They are executed in 16 bit or 32 bit mode the

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Unformatted text preview: than one processor. Vol. 1 D-31 GUIDELINES FOR WRITING X87 FPU EXCEPTION HANDLERS D-32 Vol. 1 APPENDIX E GUIDELINES FOR WRITING SIMD FLOATING-POINT EXCEPTION HANDLERS See Section 11.5, "SSE, SSE2, and SSE3 Exceptions," for a detailed discussion of SIMD floating-point exceptions. This appendix considers only SSE/SSE2/SSE3 instructions that can generate numeric (SIMD floating-point) exceptions, and gives an overview of the necessary support for handling such exceptions. This appendix does not address instructions that do not generate floating-point exceptions (such as RSQRTSS, RSQRTPS, RCPSS, or RCPPS), any x87 instructions, or any unlisted instruction. For detailed information on which instructions generate numeric exceptions, and a listing of those exceptions, refer to Appendix C, "Floating-Point Exceptions Summary." Non-numeric exceptions are handled in a way similar to that for the standard IA-32 instructions. E.1 TWO OPTIONS FOR HANDLING FLOATING-POINT EXCEPTIONS Just as for x87 FPU floating-point exceptions, the processor takes one of two possible courses of action when an SSE/SSE2/SSE3 instruction raises a floatingpoint exception: If the exception being raised is masked (by setting the corresponding mask bit in the MXCSR to 1), then a default result is produced which is acceptable in most situations. No external indication of the exception is given, but the corresponding exception flags in the MXCSR are set and may be examined later. Note though that for packed operations, an exception flag that is set in the MXCSR will not tell which of the sub-operands caused the event to occur. If the exception being raised is not masked (by setting the corresponding mask bit in the MXCSR to 0), a software exception handler previously registered by the user with operating system support will be invoked through the SIMD floatingpoint exception (#XF, vector 19). This case is discussed below in Section E.2, "Software Exception Handling." E.2 SOFTWARE EXCEPTION HANDLING The exception handling routine reached via interrupt vector 19 is usually part of the system software (the operating system kernel). Note that an interrupt descriptor table (IDT) entry must have been previously set up for this vector (refer to Chapter 5, Vol. 1 E-1 GUIDELINES FOR WRITING SIMD FLOATING-POINT EXCEPTION HANDLERS "Interrupt and Exception Handling," in the Intel 64 and IA-32 Architectures Software Developer's Manual, Volume 3A). Some compilers use specific run-time libraries to assist in floating-point exception handling. If any x87 FPU floating-point operations are going to be performed that might raise floating-point exceptions, then the exception handling routine must either disable all floating-point exceptions (for example, loading a local control word with FLDCW), or it must be implemented as re-entrant (for the case of x87 FPU exceptions, refer to Example D-1 in Appendix D, "Guidelines for Writing x87 FPU Exception Handlers")....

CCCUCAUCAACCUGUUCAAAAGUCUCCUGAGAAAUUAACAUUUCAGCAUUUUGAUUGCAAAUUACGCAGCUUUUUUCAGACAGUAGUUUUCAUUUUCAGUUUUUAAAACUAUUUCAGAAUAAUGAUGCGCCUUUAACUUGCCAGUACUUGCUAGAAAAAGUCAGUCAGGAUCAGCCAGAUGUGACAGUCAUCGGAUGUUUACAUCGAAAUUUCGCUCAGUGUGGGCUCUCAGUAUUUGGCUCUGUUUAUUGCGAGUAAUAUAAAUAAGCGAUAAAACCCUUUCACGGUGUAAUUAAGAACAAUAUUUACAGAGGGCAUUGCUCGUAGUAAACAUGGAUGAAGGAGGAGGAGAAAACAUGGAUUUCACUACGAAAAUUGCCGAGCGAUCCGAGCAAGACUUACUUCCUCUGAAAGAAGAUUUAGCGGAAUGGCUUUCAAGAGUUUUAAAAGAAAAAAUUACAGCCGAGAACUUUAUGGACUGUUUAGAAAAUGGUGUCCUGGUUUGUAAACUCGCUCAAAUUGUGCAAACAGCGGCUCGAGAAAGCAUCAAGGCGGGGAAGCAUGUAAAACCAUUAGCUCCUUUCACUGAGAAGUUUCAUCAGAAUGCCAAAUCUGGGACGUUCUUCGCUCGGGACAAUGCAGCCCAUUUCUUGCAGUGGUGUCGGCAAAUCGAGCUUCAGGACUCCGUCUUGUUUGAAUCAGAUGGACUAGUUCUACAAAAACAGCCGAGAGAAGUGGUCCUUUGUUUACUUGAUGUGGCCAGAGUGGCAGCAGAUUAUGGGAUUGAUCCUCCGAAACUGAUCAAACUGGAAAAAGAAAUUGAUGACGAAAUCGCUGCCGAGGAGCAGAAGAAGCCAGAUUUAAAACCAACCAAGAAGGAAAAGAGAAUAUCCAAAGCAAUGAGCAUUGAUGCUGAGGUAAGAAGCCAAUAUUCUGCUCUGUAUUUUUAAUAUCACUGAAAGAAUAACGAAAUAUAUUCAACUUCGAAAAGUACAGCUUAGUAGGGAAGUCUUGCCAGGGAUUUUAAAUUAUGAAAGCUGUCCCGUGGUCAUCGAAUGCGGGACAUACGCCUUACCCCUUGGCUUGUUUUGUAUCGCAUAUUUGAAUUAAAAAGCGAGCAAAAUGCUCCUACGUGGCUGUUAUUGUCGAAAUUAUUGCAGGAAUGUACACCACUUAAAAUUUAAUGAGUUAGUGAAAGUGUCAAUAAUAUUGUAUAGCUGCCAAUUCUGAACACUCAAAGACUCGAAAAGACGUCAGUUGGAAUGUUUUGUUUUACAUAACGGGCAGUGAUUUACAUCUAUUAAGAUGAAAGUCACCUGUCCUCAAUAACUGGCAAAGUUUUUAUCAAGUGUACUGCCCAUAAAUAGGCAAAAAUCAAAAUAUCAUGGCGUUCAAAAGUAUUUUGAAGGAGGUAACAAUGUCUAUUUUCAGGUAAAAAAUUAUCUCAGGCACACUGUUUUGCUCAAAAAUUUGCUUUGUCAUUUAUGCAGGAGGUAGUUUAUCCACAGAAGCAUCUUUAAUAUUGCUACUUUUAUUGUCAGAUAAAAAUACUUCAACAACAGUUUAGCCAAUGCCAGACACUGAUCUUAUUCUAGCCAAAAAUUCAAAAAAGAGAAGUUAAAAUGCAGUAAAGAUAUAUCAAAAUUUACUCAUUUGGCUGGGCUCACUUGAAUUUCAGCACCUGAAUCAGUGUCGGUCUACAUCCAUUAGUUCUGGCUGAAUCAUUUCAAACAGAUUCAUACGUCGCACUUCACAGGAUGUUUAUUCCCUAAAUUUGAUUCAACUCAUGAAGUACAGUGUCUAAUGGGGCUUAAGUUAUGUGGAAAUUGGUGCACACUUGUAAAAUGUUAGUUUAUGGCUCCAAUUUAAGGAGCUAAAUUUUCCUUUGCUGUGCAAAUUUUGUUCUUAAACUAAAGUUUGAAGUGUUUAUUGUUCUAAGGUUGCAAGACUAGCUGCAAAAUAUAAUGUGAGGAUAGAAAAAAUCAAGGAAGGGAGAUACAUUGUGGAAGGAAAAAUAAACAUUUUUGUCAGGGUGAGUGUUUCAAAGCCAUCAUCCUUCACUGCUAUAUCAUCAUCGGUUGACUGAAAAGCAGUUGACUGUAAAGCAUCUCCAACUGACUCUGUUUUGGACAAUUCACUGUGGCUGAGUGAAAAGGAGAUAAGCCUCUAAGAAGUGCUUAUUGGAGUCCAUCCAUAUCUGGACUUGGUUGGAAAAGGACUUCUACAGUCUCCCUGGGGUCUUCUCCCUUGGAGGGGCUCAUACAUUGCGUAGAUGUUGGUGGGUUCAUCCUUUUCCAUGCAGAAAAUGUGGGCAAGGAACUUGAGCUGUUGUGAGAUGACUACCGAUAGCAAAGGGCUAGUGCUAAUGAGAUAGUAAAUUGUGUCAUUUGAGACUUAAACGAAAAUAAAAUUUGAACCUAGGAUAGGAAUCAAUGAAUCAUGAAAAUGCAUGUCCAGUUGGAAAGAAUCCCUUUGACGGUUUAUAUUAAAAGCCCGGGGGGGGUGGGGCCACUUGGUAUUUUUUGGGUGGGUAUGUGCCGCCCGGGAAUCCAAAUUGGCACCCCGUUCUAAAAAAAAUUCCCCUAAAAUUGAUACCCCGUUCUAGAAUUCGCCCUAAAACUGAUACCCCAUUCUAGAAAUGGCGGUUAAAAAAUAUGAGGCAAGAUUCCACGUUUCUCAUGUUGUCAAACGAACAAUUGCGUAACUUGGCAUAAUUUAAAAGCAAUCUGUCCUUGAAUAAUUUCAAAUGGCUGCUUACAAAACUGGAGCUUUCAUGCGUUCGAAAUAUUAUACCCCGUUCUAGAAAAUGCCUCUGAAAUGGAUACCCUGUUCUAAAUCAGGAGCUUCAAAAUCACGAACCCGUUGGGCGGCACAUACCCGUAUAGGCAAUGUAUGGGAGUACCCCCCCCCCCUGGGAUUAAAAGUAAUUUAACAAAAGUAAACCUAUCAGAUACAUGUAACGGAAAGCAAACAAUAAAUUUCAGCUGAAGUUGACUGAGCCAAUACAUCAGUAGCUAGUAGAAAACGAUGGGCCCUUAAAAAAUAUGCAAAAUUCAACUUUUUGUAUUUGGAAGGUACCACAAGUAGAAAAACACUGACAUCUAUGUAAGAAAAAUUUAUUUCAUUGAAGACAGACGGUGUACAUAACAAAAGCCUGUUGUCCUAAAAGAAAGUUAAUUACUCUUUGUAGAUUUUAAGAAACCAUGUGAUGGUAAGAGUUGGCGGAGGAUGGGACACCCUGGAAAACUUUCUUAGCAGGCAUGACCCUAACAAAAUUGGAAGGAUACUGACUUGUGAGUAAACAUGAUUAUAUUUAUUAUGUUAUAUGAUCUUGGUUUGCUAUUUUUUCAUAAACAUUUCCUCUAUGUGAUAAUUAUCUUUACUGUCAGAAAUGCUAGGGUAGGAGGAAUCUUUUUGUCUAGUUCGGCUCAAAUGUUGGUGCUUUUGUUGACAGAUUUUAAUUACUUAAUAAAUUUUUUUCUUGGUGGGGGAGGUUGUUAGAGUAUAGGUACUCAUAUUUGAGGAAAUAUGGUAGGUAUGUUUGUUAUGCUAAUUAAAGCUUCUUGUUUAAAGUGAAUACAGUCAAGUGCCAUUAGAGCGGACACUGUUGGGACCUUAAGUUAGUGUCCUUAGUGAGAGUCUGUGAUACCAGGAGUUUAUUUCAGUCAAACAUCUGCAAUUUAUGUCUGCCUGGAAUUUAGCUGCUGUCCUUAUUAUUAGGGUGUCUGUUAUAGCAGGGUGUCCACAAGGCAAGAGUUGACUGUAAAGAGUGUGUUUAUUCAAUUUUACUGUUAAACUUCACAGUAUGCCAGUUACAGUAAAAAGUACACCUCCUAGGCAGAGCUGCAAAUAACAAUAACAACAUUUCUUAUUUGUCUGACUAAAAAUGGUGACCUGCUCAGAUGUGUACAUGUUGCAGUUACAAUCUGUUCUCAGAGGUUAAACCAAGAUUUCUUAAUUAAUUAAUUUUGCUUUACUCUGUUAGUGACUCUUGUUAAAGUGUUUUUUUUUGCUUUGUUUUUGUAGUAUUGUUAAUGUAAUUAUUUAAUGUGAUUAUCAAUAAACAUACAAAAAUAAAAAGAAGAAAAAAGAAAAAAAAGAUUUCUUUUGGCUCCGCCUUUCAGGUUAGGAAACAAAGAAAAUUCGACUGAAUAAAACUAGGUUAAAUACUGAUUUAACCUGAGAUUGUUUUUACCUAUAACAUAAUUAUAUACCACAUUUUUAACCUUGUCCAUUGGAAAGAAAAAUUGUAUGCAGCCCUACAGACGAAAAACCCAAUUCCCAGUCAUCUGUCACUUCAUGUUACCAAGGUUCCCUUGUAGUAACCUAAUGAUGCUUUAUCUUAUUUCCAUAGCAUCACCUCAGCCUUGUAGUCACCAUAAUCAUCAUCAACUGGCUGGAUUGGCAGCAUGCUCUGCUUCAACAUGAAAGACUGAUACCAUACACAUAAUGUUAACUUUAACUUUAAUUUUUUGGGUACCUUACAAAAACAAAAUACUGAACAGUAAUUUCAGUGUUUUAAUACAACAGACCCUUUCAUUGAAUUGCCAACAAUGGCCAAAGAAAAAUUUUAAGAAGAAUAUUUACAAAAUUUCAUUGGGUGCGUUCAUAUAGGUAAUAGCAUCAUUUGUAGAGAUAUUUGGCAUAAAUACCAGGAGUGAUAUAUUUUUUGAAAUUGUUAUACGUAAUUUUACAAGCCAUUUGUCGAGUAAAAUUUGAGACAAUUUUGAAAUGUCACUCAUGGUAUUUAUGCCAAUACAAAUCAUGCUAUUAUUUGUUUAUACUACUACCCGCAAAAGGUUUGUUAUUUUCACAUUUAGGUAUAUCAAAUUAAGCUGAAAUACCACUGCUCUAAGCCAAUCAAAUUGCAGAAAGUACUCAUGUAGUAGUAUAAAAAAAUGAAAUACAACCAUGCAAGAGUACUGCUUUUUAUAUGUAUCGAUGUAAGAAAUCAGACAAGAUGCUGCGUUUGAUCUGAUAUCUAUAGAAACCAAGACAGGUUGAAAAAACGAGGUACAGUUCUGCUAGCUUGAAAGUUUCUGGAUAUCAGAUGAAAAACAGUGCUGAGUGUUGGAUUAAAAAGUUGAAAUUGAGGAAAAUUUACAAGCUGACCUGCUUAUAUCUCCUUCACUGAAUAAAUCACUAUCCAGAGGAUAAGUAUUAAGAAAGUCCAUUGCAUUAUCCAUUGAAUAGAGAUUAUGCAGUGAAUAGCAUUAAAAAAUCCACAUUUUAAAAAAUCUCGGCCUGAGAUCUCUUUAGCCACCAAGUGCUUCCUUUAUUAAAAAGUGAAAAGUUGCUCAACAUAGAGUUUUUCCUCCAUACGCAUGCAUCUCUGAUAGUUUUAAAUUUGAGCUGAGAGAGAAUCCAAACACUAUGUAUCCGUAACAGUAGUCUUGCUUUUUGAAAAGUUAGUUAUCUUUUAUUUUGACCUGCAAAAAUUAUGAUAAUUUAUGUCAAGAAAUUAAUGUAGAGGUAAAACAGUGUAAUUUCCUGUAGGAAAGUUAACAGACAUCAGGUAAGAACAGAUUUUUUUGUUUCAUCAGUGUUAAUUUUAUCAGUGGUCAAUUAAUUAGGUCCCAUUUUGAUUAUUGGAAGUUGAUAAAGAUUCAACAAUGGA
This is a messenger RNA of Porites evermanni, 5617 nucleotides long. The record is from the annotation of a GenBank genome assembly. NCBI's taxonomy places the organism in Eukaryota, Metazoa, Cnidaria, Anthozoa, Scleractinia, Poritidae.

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This note was uploaded on 10/01/2013 for the course CPE 103 taught by Professor Watlins during the Winter '11 term at Mississippi State.

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